Dig Liver Dis 2014 Oct 19;46(10):909-15. Epub 2014 Jun 19.
Internal Medicine and Hepatology Unit, University Campus Bio-Medico of Rome, Italy.
Background: Determinants of alanine aminotransferase levels have never been investigated in real-life settings. The relationship between alanine aminotransferase and age remains controversial. We evaluated epidemiological, anthropometric, and metabolic factors associated with alanine aminotransferase, focusing on the relationship between alanine aminotransferase and age.
Methods: A 5-year retrospective analysis was performed on data recorded by 120 general practitioners from Naples (Italy), caring for 170,000 subjects. Exclusion criteria were age <18 years, diagnosis of chronic liver disease, positive markers for viral hepatitis, alcohol abuse, and alanine aminotransferase >100UI/L.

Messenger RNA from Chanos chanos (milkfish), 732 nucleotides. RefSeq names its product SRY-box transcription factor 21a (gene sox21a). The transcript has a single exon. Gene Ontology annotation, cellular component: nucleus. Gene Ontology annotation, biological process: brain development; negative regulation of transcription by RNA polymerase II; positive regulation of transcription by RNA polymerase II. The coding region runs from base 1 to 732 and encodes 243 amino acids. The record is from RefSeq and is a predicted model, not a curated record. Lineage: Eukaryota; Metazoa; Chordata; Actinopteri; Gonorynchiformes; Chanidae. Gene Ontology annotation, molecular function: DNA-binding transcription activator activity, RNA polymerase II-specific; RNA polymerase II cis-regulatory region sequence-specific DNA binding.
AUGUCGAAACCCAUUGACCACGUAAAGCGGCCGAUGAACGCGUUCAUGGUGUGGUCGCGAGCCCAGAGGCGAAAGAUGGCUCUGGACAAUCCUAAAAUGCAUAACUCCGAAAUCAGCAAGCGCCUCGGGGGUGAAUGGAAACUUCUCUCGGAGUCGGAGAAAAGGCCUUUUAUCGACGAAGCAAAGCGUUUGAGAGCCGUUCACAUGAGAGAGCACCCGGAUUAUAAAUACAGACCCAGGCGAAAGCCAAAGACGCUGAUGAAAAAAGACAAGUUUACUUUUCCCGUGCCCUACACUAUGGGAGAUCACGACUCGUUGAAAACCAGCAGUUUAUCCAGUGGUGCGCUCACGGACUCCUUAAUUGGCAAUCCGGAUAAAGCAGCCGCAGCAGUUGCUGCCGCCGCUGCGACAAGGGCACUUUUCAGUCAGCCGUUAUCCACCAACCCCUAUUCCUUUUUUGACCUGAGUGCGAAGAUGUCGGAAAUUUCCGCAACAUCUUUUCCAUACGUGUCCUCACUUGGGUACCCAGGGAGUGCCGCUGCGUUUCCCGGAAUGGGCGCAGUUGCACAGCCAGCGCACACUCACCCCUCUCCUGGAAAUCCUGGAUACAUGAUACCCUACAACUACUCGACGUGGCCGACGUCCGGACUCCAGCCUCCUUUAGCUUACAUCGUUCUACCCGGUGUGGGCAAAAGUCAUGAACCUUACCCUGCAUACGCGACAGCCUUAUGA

Results: 44,232 subjects were enrolled (42.7% males, mean age 56±18 years). Alanine aminotransferase showed independent direct associations with body mass index, glycaemia, cholesterol, and triglycerides (p<0.001), and inverse associations with high-density lipoprotein cholesterol (p<0.001) and creatinine (p<0.01). The relationship between alanine aminotransferase and age was better expressed by polynomial regression (r=0.18, p<0.001), creating an inverted parabola. Mean alanine aminotransferase increased until the third decade in males and the fifth in females, with a subsequent progressive decrease in both genders. The inverse association between alanine aminotransferase and age in older subjects was independent from metabolic factors.
Conclusions: This real-life setting study, supports the concept that dysmetabolism is a strong determinant of liver injury. Based on our data, a reduction of the standard upper limit of normal alanine aminotransferase should be considered for older subjects.